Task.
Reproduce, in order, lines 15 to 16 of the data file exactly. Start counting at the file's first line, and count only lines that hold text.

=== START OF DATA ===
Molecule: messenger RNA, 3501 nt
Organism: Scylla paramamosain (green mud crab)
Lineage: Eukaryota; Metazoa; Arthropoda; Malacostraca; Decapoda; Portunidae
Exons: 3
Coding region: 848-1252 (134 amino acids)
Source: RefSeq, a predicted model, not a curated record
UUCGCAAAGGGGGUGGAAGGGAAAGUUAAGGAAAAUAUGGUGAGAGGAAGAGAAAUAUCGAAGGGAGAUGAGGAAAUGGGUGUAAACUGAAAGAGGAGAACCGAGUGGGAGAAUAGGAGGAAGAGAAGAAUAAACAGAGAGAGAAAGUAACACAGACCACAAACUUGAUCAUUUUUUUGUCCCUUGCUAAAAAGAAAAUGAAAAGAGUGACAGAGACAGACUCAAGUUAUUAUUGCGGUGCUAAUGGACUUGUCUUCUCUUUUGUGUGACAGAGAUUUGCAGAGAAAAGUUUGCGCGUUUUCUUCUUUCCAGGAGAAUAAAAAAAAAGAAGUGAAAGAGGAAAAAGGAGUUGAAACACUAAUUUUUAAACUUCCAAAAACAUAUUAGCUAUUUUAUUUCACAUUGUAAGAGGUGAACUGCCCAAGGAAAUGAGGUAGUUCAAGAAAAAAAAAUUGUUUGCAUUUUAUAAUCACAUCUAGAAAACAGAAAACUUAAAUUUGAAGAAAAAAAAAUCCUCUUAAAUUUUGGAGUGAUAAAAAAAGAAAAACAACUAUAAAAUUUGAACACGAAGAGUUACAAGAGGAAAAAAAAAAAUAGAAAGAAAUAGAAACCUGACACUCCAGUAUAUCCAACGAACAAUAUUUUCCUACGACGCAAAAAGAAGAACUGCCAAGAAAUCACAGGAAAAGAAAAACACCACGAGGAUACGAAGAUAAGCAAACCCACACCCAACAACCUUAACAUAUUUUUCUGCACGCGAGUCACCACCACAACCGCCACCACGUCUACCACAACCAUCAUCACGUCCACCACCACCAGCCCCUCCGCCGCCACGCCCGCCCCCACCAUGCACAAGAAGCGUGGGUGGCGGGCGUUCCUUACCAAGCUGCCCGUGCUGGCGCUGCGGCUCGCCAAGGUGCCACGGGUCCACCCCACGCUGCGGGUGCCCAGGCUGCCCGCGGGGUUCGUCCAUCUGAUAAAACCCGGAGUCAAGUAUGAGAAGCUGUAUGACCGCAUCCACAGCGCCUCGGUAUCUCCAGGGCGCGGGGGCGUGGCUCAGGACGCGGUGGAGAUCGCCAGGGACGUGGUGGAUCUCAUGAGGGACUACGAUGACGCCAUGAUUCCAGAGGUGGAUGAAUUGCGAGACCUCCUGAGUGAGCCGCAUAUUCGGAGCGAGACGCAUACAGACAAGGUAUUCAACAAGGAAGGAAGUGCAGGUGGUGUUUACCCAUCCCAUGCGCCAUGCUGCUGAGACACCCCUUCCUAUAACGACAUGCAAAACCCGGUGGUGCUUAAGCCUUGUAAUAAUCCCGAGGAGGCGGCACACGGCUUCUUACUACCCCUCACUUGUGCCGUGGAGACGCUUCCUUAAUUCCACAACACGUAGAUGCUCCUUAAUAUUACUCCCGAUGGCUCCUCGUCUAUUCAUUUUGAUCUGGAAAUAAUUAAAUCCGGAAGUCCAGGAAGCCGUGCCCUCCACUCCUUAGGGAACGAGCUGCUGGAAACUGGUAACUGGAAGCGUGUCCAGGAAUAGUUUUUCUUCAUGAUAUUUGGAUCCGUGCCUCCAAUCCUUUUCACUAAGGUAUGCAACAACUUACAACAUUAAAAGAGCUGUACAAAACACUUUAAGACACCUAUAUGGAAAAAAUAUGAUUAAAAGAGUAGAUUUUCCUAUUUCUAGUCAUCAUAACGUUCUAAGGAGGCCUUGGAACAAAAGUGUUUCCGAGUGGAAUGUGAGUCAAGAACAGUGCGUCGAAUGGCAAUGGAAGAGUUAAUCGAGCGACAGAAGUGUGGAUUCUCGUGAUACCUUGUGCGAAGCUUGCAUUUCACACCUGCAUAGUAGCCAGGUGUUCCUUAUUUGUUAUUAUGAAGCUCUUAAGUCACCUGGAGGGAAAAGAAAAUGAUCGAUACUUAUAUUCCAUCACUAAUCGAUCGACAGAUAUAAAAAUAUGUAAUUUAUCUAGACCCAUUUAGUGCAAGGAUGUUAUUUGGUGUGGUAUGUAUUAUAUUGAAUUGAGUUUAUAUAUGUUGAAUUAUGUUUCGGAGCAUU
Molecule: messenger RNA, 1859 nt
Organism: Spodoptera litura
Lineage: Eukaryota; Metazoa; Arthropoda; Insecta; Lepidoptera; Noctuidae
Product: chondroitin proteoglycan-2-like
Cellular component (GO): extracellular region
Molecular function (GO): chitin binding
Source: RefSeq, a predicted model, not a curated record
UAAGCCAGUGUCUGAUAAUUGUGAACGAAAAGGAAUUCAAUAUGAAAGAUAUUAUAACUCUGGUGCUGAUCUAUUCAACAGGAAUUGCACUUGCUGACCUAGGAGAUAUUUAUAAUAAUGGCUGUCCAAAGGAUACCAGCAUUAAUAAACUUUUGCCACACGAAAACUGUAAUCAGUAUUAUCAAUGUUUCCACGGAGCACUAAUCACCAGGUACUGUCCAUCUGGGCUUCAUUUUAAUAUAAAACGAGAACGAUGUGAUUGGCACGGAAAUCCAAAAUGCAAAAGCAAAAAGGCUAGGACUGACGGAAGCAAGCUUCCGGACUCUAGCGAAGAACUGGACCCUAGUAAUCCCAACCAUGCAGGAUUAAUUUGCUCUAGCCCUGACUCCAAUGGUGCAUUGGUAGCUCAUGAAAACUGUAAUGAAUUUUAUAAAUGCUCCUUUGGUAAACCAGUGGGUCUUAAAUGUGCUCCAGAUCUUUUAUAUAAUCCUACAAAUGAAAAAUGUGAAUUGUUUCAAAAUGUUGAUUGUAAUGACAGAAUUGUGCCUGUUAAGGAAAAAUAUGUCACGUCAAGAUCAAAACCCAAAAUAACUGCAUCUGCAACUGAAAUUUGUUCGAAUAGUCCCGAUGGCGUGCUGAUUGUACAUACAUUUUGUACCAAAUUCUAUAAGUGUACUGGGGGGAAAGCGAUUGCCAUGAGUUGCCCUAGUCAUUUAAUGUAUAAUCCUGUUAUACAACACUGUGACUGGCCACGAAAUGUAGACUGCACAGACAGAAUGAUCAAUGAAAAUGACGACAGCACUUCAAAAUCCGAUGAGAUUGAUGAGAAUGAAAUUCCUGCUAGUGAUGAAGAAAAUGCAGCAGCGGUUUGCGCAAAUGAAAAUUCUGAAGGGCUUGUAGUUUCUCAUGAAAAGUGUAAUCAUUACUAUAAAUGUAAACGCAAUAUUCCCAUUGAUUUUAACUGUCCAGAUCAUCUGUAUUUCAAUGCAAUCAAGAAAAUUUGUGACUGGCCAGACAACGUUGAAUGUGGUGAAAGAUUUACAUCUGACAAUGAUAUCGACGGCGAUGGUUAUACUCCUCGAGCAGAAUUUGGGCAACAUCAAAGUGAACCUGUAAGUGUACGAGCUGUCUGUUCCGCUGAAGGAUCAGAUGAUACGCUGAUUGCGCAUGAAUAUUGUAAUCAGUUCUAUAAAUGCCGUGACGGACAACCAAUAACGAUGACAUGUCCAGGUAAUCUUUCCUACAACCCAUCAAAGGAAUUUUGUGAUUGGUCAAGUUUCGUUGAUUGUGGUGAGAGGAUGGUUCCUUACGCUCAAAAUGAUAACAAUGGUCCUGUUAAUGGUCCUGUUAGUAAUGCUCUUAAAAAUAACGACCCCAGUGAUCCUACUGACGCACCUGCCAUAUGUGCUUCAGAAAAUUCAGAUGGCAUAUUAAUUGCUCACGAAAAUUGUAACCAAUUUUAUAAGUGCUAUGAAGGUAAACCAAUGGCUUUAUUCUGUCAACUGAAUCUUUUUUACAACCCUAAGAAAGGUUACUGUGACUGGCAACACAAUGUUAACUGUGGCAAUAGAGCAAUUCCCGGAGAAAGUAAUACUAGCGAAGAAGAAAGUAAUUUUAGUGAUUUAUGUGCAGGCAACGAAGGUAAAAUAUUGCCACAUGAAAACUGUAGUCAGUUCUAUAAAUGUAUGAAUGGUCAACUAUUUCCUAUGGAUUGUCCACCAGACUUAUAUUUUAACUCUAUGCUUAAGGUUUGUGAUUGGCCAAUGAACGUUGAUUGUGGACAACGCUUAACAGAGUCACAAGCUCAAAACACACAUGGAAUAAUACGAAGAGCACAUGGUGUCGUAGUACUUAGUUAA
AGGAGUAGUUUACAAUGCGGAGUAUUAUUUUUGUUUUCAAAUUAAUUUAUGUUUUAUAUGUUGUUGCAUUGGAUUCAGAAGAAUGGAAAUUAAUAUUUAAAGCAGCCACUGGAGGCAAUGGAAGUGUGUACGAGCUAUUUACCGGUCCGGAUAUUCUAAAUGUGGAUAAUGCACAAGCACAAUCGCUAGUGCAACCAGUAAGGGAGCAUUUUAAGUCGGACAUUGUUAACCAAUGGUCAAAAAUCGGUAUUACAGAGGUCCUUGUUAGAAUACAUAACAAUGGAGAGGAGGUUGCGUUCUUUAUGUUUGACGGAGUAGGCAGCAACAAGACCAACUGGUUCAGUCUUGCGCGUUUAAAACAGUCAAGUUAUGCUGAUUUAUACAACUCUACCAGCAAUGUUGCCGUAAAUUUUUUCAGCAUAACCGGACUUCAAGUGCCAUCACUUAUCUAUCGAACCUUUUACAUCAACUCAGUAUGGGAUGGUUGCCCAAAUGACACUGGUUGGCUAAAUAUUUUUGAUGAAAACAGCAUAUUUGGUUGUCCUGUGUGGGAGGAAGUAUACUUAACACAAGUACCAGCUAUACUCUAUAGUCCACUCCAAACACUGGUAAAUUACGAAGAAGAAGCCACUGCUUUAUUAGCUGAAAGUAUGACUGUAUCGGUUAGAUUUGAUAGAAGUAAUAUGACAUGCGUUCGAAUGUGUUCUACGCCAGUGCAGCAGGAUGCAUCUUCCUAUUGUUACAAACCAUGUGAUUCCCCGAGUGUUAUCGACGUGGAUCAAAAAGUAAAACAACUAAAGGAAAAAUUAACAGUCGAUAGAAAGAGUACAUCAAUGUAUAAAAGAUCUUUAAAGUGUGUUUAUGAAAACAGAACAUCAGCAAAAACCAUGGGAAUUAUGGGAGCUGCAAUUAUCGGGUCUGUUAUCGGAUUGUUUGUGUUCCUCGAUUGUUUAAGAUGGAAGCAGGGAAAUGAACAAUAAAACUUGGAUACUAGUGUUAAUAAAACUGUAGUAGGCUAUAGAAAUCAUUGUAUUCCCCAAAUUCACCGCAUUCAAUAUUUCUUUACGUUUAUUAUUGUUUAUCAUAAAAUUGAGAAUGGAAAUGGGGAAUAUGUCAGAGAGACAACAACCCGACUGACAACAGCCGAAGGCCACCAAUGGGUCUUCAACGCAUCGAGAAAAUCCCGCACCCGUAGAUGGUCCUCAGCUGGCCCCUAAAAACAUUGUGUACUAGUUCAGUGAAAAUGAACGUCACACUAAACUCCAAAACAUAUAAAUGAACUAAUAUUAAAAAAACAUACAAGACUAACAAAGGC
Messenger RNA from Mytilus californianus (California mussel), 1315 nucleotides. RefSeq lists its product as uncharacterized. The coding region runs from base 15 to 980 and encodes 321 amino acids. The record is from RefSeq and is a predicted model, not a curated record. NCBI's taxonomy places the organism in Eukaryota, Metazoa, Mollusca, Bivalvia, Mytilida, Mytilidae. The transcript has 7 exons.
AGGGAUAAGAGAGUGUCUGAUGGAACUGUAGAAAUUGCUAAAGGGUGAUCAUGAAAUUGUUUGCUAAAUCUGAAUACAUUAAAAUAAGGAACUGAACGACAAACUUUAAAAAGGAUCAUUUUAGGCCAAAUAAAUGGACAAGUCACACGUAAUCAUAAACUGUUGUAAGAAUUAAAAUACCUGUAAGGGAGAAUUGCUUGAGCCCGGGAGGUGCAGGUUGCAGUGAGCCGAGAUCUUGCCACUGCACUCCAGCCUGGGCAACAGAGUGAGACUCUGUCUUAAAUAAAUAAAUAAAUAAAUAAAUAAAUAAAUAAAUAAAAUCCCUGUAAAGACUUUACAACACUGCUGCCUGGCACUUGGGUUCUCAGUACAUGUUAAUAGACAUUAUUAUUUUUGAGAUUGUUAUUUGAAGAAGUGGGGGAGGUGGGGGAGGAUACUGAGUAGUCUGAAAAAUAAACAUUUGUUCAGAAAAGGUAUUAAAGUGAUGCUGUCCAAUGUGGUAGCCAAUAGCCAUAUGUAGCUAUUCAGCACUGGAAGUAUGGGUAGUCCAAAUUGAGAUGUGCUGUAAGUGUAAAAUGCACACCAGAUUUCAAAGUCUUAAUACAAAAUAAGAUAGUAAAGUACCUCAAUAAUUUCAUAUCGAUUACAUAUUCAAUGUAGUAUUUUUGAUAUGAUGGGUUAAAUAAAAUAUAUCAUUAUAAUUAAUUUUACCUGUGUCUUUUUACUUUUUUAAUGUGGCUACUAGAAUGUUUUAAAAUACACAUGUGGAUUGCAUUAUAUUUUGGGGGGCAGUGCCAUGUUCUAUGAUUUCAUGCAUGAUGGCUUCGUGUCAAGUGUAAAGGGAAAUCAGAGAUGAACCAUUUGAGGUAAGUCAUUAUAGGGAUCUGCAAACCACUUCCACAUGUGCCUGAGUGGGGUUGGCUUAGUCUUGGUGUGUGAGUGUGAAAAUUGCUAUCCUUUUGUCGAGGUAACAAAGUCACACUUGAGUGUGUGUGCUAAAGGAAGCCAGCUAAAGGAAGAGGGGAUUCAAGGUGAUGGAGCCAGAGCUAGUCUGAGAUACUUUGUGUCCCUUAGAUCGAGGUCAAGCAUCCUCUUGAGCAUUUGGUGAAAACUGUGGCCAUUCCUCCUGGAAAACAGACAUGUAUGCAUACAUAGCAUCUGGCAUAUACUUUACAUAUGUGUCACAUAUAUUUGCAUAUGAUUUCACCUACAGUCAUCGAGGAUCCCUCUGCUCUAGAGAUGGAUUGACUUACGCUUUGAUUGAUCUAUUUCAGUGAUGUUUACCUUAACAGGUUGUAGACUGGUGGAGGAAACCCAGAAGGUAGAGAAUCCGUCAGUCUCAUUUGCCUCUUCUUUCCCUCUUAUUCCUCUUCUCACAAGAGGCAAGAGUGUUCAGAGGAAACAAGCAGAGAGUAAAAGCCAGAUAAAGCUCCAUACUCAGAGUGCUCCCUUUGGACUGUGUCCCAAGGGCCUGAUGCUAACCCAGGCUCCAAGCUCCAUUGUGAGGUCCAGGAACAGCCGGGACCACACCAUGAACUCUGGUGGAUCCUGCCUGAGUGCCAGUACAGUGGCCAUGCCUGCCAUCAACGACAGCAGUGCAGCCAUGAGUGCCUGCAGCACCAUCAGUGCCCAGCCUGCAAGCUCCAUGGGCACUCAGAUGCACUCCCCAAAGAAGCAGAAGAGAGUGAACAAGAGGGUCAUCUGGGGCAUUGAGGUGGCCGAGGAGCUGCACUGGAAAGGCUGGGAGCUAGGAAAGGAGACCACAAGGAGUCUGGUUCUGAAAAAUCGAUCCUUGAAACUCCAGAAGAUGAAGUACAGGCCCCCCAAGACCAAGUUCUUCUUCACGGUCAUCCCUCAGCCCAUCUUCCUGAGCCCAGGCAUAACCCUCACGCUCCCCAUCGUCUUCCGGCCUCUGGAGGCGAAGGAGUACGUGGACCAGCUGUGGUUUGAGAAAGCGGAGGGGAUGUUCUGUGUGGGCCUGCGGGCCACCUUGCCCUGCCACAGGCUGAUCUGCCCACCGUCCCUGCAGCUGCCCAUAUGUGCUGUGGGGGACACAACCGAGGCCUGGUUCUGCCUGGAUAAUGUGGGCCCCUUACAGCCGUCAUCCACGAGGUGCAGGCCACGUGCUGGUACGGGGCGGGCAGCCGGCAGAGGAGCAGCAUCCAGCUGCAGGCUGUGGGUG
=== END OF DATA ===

UAAGCCAGUGUCUGAUAAUUGUGAACGAAAAGGAAUUCAAUAUGAAAGAUAUUAUAACUCUGGUGCUGAUCUAUUCAACAGGAAUUGCACUUGCUGACCUAGGAGAUAUUUAUAAUAAUGGCUGUCCAAAGGAUACCAGCAUUAAUAAACUUUUGCCACACGAAAACUGUAAUCAGUAUUAUCAAUGUUUCCACGGAGCACUAAUCACCAGGUACUGUCCAUCUGGGCUUCAUUUUAAUAUAAAACGAGAACGAUGUGAUUGGCACGGAAAUCCAAAAUGCAAAAGCAAAAAGGCUAGGACUGACGGAAGCAAGCUUCCGGACUCUAGCGAAGAACUGGACCCUAGUAAUCCCAACCAUGCAGGAUUAAUUUGCUCUAGCCCUGACUCCAAUGGUGCAUUGGUAGCUCAUGAAAACUGUAAUGAAUUUUAUAAAUGCUCCUUUGGUAAACCAGUGGGUCUUAAAUGUGCUCCAGAUCUUUUAUAUAAUCCUACAAAUGAAAAAUGUGAAUUGUUUCAAAAUGUUGAUUGUAAUGACAGAAUUGUGCCUGUUAAGGAAAAAUAUGUCACGUCAAGAUCAAAACCCAAAAUAACUGCAUCUGCAACUGAAAUUUGUUCGAAUAGUCCCGAUGGCGUGCUGAUUGUACAUACAUUUUGUACCAAAUUCUAUAAGUGUACUGGGGGGAAAGCGAUUGCCAUGAGUUGCCCUAGUCAUUUAAUGUAUAAUCCUGUUAUACAACACUGUGACUGGCCACGAAAUGUAGACUGCACAGACAGAAUGAUCAAUGAAAAUGACGACAGCACUUCAAAAUCCGAUGAGAUUGAUGAGAAUGAAAUUCCUGCUAGUGAUGAAGAAAAUGCAGCAGCGGUUUGCGCAAAUGAAAAUUCUGAAGGGCUUGUAGUUUCUCAUGAAAAGUGUAAUCAUUACUAUAAAUGUAAACGCAAUAUUCCCAUUGAUUUUAACUGUCCAGAUCAUCUGUAUUUCAAUGCAAUCAAGAAAAUUUGUGACUGGCCAGACAACGUUGAAUGUGGUGAAAGAUUUACAUCUGACAAUGAUAUCGACGGCGAUGGUUAUACUCCUCGAGCAGAAUUUGGGCAACAUCAAAGUGAACCUGUAAGUGUACGAGCUGUCUGUUCCGCUGAAGGAUCAGAUGAUACGCUGAUUGCGCAUGAAUAUUGUAAUCAGUUCUAUAAAUGCCGUGACGGACAACCAAUAACGAUGACAUGUCCAGGUAAUCUUUCCUACAACCCAUCAAAGGAAUUUUGUGAUUGGUCAAGUUUCGUUGAUUGUGGUGAGAGGAUGGUUCCUUACGCUCAAAAUGAUAACAAUGGUCCUGUUAAUGGUCCUGUUAGUAAUGCUCUUAAAAAUAACGACCCCAGUGAUCCUACUGACGCACCUGCCAUAUGUGCUUCAGAAAAUUCAGAUGGCAUAUUAAUUGCUCACGAAAAUUGUAACCAAUUUUAUAAGUGCUAUGAAGGUAAACCAAUGGCUUUAUUCUGUCAACUGAAUCUUUUUUACAACCCUAAGAAAGGUUACUGUGACUGGCAACACAAUGUUAACUGUGGCAAUAGAGCAAUUCCCGGAGAAAGUAAUACUAGCGAAGAAGAAAGUAAUUUUAGUGAUUUAUGUGCAGGCAACGAAGGUAAAAUAUUGCCACAUGAAAACUGUAGUCAGUUCUAUAAAUGUAUGAAUGGUCAACUAUUUCCUAUGGAUUGUCCACCAGACUUAUAUUUUAACUCUAUGCUUAAGGUUUGUGAUUGGCCAAUGAACGUUGAUUGUGGACAACGCUUAACAGAGUCACAAGCUCAAAACACACAUGGAAUAAUACGAAGAGCACAUGGUGUCGUAGUACUUAGUUAA
AGGAGUAGUUUACAAUGCGGAGUAUUAUUUUUGUUUUCAAAUUAAUUUAUGUUUUAUAUGUUGUUGCAUUGGAUUCAGAAGAAUGGAAAUUAAUAUUUAAAGCAGCCACUGGAGGCAAUGGAAGUGUGUACGAGCUAUUUACCGGUCCGGAUAUUCUAAAUGUGGAUAAUGCACAAGCACAAUCGCUAGUGCAACCAGUAAGGGAGCAUUUUAAGUCGGACAUUGUUAACCAAUGGUCAAAAAUCGGUAUUACAGAGGUCCUUGUUAGAAUACAUAACAAUGGAGAGGAGGUUGCGUUCUUUAUGUUUGACGGAGUAGGCAGCAACAAGACCAACUGGUUCAGUCUUGCGCGUUUAAAACAGUCAAGUUAUGCUGAUUUAUACAACUCUACCAGCAAUGUUGCCGUAAAUUUUUUCAGCAUAACCGGACUUCAAGUGCCAUCACUUAUCUAUCGAACCUUUUACAUCAACUCAGUAUGGGAUGGUUGCCCAAAUGACACUGGUUGGCUAAAUAUUUUUGAUGAAAACAGCAUAUUUGGUUGUCCUGUGUGGGAGGAAGUAUACUUAACACAAGUACCAGCUAUACUCUAUAGUCCACUCCAAACACUGGUAAAUUACGAAGAAGAAGCCACUGCUUUAUUAGCUGAAAGUAUGACUGUAUCGGUUAGAUUUGAUAGAAGUAAUAUGACAUGCGUUCGAAUGUGUUCUACGCCAGUGCAGCAGGAUGCAUCUUCCUAUUGUUACAAACCAUGUGAUUCCCCGAGUGUUAUCGACGUGGAUCAAAAAGUAAAACAACUAAAGGAAAAAUUAACAGUCGAUAGAAAGAGUACAUCAAUGUAUAAAAGAUCUUUAAAGUGUGUUUAUGAAAACAGAACAUCAGCAAAAACCAUGGGAAUUAUGGGAGCUGCAAUUAUCGGGUCUGUUAUCGGAUUGUUUGUGUUCCUCGAUUGUUUAAGAUGGAAGCAGGGAAAUGAACAAUAAAACUUGGAUACUAGUGUUAAUAAAACUGUAGUAGGCUAUAGAAAUCAUUGUAUUCCCCAAAUUCACCGCAUUCAAUAUUUCUUUACGUUUAUUAUUGUUUAUCAUAAAAUUGAGAAUGGAAAUGGGGAAUAUGUCAGAGAGACAACAACCCGACUGACAACAGCCGAAGGCCACCAAUGGGUCUUCAACGCAUCGAGAAAAUCCCGCACCCGUAGAUGGUCCUCAGCUGGCCCCUAAAAACAUUGUGUACUAGUUCAGUGAAAAUGAACGUCACACUAAACUCCAAAACAUAUAAAUGAACUAAUAUUAAAAAAACAUACAAGACUAACAAAGGC